By way of irony, Tacet, the name of a Blu-ray Audio “Real Surround Sound” label, is the musical term for an instrument that is instructed to remain silent. That is hardly the case with Tacet recordings as the listener is enveloped in the sound stage with some of the orchestra in front and the remainder on the sides or in the rear, something akin to the conductor’s perspective from the podium but even more immersive. A good starting point for Tacet surround sound recordings is this album of favorite Maurice Ravel Orchestral Works. The playlist is as follows:
- La Valse (12:16): Originally intended as a ballet sequence for famed impresario Sergei Diaghilev, this piece begins innocently enough, in Strauss-like waltz terms, and gradually builds to a veritable deconstruction of the dance.
- Ma Mere L’Oye (18:45): A five-movement fantasy based on the Mother Goose stories with each movement dedicated to one of Charles Perrault’s fairy tales, including The Sleeping Beauty, Tom Thumb, The Green Serpent, Beauty and the Beast, and The Fairytale Garden.
- Tzigane (9:20): A show piece for solo violin (in this case, Gordan Nikolic), Ravel weaves exotic “gypsy” themes into this rhapsody.
- Bolero (16:33): Perhaps Ravel’s best known work, this hypnotic, dual-themed dance was once described by the composer himself as “orchestral tissue without music.”
- Pavane pour une infante defunte (6:25): A brief piece that conveys the funeral procession for a dead princess with a slow moving mournful theme appropriate for the occasion.
Young maestro Carlo Rizzi leads the Netherlands Philharmonic Orchestra with a sure hand through this program that will certainly be familiar to classical music fans. Each piece is given its due and, while perhaps not the first choice for any single selection, will bring very satisfying renditions to its listeners.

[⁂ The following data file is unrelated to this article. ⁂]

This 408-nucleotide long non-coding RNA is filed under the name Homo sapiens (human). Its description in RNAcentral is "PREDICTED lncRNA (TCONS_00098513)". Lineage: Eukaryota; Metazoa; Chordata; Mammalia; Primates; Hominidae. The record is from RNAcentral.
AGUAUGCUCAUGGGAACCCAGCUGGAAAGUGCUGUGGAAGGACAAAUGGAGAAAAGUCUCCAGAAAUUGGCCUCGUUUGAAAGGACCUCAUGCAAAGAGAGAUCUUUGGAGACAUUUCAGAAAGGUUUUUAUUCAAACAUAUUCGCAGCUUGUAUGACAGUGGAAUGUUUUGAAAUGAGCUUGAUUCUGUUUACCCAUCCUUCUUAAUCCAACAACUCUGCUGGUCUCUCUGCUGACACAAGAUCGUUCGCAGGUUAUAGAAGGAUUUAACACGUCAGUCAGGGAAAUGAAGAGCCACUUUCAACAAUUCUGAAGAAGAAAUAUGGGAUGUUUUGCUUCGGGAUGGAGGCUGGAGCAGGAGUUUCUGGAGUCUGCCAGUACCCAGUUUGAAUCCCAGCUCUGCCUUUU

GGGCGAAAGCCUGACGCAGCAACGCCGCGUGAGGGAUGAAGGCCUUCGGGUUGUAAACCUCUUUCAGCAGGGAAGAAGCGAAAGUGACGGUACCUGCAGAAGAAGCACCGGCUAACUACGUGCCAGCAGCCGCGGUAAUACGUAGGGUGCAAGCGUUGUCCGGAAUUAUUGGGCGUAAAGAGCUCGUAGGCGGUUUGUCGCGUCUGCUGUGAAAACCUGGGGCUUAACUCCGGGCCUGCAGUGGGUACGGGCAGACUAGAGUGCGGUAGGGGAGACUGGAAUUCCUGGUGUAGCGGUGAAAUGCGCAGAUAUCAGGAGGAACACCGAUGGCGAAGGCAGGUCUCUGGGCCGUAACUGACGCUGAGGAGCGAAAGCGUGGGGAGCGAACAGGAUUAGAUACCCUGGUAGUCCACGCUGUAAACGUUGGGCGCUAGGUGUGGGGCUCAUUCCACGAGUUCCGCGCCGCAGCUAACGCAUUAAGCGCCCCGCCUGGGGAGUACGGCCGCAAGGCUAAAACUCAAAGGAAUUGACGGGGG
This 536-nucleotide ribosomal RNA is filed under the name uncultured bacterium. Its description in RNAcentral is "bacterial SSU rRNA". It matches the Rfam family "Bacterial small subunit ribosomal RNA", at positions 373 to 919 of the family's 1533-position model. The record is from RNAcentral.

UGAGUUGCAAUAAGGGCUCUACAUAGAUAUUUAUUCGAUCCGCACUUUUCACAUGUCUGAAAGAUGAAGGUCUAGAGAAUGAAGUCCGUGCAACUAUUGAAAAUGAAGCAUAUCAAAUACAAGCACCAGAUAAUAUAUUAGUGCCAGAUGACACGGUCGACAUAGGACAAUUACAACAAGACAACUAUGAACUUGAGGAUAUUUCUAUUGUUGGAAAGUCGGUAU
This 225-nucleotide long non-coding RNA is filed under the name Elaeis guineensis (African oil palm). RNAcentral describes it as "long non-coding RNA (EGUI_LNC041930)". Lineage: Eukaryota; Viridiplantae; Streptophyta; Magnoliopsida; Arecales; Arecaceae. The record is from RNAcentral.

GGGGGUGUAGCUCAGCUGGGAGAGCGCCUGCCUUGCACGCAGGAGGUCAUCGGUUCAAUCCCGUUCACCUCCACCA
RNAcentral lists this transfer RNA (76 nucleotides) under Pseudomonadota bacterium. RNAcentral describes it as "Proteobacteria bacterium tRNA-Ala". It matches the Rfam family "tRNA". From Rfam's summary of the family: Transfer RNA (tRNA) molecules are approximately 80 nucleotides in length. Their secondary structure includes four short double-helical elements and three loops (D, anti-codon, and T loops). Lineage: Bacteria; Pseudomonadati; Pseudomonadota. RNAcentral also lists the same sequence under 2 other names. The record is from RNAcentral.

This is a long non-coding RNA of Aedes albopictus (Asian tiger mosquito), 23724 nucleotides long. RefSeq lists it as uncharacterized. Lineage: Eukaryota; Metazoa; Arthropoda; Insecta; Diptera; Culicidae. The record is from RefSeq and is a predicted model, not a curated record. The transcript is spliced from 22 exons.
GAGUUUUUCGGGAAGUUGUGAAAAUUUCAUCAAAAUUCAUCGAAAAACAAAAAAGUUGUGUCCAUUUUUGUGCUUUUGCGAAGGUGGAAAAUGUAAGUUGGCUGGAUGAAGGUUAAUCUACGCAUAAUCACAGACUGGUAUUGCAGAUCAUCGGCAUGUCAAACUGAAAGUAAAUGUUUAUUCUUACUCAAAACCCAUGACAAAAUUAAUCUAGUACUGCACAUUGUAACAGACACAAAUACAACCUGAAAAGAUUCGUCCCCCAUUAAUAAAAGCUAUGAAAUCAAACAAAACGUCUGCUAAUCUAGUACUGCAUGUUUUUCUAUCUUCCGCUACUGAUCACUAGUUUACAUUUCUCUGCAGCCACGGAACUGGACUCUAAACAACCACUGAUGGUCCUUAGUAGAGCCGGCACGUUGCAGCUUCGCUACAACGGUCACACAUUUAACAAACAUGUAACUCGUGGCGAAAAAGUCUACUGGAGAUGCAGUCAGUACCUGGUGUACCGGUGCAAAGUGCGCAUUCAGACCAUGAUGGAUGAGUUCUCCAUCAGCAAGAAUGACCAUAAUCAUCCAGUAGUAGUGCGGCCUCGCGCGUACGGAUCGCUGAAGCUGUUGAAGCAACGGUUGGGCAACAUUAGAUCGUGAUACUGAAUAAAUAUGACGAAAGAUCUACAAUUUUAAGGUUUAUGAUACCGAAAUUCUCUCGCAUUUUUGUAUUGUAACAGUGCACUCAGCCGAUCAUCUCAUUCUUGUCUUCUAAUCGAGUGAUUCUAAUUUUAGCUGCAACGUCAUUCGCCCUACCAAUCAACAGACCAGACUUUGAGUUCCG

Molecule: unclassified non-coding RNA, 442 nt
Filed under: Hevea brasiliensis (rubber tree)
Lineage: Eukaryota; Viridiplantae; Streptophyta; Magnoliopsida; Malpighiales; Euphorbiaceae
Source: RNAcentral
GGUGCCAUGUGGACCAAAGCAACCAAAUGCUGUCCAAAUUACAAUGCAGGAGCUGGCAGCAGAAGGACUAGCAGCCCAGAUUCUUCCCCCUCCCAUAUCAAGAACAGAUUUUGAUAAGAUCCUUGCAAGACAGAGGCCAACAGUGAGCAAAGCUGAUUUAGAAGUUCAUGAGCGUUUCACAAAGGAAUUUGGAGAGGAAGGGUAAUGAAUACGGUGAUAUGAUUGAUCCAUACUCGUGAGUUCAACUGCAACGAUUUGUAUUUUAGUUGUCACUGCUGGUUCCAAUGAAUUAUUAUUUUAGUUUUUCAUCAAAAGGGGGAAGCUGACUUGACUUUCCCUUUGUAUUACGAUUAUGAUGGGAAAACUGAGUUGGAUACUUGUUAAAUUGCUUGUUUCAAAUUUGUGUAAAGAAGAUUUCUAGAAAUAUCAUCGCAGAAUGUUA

This is the first Tacet surround Blu-ray Disc to come my way and most assuredly will not be the last. Diagrams for the orchestral layout are given for each work and there are some stunning spatial effects, particularly in Bolero where the orchestral swell gradually works its way from the rear of the sound stage to its foreground. While sitting in the midst of the players rather than having them in the traditional proscenium array, the effects are not only immersive, but allow the delineation of orchestral voices that are not always so audible in standard arrangements. For listeners who wish the more conventional listening experience there is a two-channel version, also at 96kHz/24-bit resolution, that is excellent.
The program booklet is quite informative both about the recording process and with a fine background essay by Christian Shaperon about the composer and the orchestral pieces in the concert.
The Definitive Word
Listening to well known orchestral works in an entirely new soundspace turned out to be a real revelation. The internal instrumental voices, often swamped in conventional recording arrangements were at once clearly heard and gave a new perspective on pieces that I have heard more times than I can readily recall. Comparing both standard two- and multichannel versions is a real luxury and the best news is that the Tacet classical catalog continues to grow. Looking forward to more such releases particularly when not only the audio values but the performance values are as high as they are here.
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